I’ve just uploaded a new header, removing the Alaska iceberg that’s been there for a while. This will also be the header on my web site once we get it up and running. I hope you’ll enjoy the header more than I am enjoying the Minnesota cold.
Appreciation goes to Janson graphics for this cheery view of the season.
If I didn’t love you so (and if you weren’t so far away) I’d be throttling you for your well-intentioned comment. “With all those rave reviews, I don’t understand why you’re having a tough time selling. I do wonder about one thing, tho’. Could it be the title? When one reads about the character and content of the story, it becomes completely understandable, but to someone who doesn’t it may not…especially at a glance.”
After All I’ve been through with the title! Remember? It was originally published as “Mrs. Job.” It wasn’t long, though, before it came through loud and clear that people were pronouncing “Job” as if it referred to paid employment. And besides, I left the Ph.D. after my name, so people got scared off thinking it was some heavy academic tome.
I realized the latter point when I gave a copy to Lisa’s neighbor in Williamsburg. She had to read it, of course, because it was a gift she had to acknowledge. And then she was surprised, discovering that it was a good read. “I was afraid to read it,” she said, “because I thought I wouldn’t understand it.” Oh my!
In spite of all that, though, a traditional publisher wanted to publish it. So back at the beginning of 2013 when Doug and I were heading off for a month’s Asia/Pacific cruise they had me terminate my contract with iUniverse, planning to come up with a new name and cover while I was away. In the meantime they provided an editor to work with me, and a copy editor, so Mrs. Job was thoroughly vetted. It took a long time for the copy editor to make his way through it. I had just made my final response to his latest effort when I received a notice in mid-summer, 2013, that they had lost their funding and would not be publishing “Mrs. Job” or whoever she was to become.
So, Job’s wife was essentially homeless (i.e., unpublished, except for leftover copies) from January, 2013 ‘til November 2014. (Almost two years.) That’s a pretty long time for a lady to be without a home.
At any rate, after much discussion with lots of people, I decided to publish it as “Figs & Pomegranates & Special Cheeses” taken, as you know, from a quote on p. 50. By the time she hit the presses she had been so thoroughly edited that I rejected the first draft when I found a typo on page 115 and re-did it. Even now, there is a “.com” missing on the ESBN page. Just to prove no one or book is perfect.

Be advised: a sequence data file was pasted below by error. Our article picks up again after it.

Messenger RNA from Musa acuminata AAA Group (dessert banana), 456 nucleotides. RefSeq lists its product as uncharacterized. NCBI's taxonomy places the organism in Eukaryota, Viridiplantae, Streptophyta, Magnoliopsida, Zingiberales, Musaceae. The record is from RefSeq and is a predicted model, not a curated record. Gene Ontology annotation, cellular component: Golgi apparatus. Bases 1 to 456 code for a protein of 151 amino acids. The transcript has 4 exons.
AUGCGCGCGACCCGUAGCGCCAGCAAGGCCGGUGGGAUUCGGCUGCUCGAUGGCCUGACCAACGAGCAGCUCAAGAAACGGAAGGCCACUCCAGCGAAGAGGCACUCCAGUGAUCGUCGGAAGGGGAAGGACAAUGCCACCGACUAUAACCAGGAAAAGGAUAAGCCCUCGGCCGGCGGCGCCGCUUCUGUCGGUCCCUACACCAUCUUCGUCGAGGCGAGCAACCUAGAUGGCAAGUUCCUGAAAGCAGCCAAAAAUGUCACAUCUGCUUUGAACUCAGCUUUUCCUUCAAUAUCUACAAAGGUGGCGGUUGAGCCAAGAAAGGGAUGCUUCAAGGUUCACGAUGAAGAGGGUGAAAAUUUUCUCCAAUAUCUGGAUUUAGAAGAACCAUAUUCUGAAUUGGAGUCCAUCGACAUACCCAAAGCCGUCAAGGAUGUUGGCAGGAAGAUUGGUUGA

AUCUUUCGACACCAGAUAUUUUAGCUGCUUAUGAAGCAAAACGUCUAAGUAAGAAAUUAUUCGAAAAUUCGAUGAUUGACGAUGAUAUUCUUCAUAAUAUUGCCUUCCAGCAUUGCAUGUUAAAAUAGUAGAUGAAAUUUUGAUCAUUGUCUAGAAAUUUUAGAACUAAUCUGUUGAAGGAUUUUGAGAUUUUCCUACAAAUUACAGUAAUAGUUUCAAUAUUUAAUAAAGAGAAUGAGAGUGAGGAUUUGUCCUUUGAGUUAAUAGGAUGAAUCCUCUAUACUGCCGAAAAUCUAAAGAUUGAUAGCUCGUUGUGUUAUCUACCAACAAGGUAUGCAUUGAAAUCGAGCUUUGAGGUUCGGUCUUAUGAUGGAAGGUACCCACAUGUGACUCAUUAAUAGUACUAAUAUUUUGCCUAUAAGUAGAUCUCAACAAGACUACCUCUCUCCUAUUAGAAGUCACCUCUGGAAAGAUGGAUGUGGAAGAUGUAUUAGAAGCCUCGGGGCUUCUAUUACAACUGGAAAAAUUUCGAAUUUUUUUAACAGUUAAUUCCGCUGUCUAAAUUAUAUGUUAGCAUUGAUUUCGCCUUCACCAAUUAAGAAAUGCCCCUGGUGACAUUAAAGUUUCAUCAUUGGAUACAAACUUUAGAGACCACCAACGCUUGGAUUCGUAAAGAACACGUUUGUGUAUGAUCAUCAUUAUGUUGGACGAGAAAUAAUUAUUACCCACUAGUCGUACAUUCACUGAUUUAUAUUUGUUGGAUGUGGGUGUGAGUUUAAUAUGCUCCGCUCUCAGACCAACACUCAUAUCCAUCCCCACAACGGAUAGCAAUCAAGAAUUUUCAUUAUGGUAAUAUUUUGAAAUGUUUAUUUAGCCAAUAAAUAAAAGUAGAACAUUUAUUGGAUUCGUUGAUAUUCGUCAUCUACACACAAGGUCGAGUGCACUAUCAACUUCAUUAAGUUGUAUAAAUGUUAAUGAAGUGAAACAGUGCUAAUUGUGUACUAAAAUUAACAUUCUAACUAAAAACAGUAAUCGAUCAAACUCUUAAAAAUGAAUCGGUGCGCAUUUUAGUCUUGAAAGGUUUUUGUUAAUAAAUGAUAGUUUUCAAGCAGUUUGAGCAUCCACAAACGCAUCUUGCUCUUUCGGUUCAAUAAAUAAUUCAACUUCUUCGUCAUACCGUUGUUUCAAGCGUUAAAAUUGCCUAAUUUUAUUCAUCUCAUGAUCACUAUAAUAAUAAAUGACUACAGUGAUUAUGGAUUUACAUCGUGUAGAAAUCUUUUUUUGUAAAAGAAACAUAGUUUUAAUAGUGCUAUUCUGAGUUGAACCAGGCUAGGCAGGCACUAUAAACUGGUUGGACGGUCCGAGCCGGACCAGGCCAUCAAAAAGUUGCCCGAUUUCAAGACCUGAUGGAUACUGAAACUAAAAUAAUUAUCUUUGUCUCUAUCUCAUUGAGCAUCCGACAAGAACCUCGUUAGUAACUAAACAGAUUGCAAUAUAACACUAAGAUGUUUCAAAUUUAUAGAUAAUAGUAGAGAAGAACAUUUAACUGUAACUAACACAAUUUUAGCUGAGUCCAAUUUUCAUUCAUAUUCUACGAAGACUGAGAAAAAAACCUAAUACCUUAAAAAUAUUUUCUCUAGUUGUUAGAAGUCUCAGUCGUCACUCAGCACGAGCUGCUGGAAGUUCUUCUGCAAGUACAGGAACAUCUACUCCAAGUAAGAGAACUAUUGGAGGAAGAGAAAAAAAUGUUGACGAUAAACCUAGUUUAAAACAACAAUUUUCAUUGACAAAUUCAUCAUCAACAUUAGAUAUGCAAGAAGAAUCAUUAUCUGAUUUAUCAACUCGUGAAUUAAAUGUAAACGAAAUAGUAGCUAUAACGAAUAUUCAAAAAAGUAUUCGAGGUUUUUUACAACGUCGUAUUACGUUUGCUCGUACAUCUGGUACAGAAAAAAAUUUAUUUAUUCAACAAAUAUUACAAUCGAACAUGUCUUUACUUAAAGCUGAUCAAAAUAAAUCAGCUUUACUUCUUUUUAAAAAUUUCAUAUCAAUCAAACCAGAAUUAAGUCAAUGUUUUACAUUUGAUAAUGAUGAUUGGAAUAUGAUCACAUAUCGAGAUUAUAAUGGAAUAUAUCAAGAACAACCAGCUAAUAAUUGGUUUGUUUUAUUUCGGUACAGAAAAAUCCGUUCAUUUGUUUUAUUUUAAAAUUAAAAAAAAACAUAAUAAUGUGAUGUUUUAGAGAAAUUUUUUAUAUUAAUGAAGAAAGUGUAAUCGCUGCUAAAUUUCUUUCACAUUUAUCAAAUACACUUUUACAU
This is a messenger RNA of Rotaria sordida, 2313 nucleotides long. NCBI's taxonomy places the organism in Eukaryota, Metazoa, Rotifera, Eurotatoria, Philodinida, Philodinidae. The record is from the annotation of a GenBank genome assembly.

To tell the truth, Jollie, with the really great reviews “Mts. Job” had received before and “Figs & Pomegranates & Special Cheeses” has received now, I did hope the book might hit the tipping point into great sales. As you point out, it hasn’t happened.
So I won’t throttle you. It’s not your fault.
I did decide to take the advice of a blogger friend and stop sending the message out to the universe that I “need” it to succeed. Sometimes I feel like really retiring and just hanging out with some good books, but instead now I’m focusing on “My Father’s House” and letting Job’s wife find her own way in life.
Well, not quite. Today I listed her on Goodreads. (I just checked. I guess this link won’t take you there until the Goodreads folks have judged it worthy on Monday.) It would be nice if people were to go there and write reviews.
But … nope. Stop that,Mona. I’ll focus on things like getting to choir on time tomorrow morning, and sitting for a while by the fire with one of the many books I have in the works.
Message to the universe: I don’t really “need” for “Figs & Pomegranates & Special Cheeses “ to reach the tipping point, so feel free to come by and tip it.
That’s it, Jollie. I love you and miss you, and cherish all the years of friendship.
I know, I skipped a couple of these updates. Lots of things fattened my schedule of things to do — like a couple of blogs on “A Healthy Woman is a Crazy Person.” And, of course, doing my best to get the word out about “Figs & Pomegranates & Special Cheeses.”
I’m happy to say the book has now accumulated 19 reviews. People seem to like the option of the Kindle version — certainly a lot less expensive than the paperback, which also is set at a pretty comfortable price.
I’ve also had some direct sales of signed copies. That could happen for you too if you send me a request, with your snail mail address, at email@example.com. The price is $12.95 + $3.00 postage (+ $0.81 tax if you are in Minnesota).
I’d love to cooperate with someone local who might like to have a home reading for the book. (and maybe my other books on forgiveness.)
As for the web site, it is still slow in the making. The talented man who is putting it together had to take time out for health reasons, and I’ve been slow in providing him the materials he needs. I hope soon he and I will be rolling along to the final accomplishment. Once that’s up and running, you’ll be able to order any of my books via that route.
I have sent out close to 100 postcards asking people to check out the book on amazon, and the reviews, and send me an e-mail at firstname.lastname@example.org telling me they’ve done it. I gather from some of the personal reactions that my terrible handwriting is standing in the way — like people can’t read what I’ve asked them to do.
Anyway, I still have hundreds of postcards left if you have any great suggestions for me.
Oh, by the way, one of the time-consumers is “My Father’s House,” the fictionalized version of the biography of my father. Right now a couple of volunteers are giving me some great feedback on a sample of the first 27 pages. I’ve asked for people who are not of Swedish heritage and who do not know me to read it just from the point of view of seeing if it is an interesting read. So far, very helpful and positive reactions.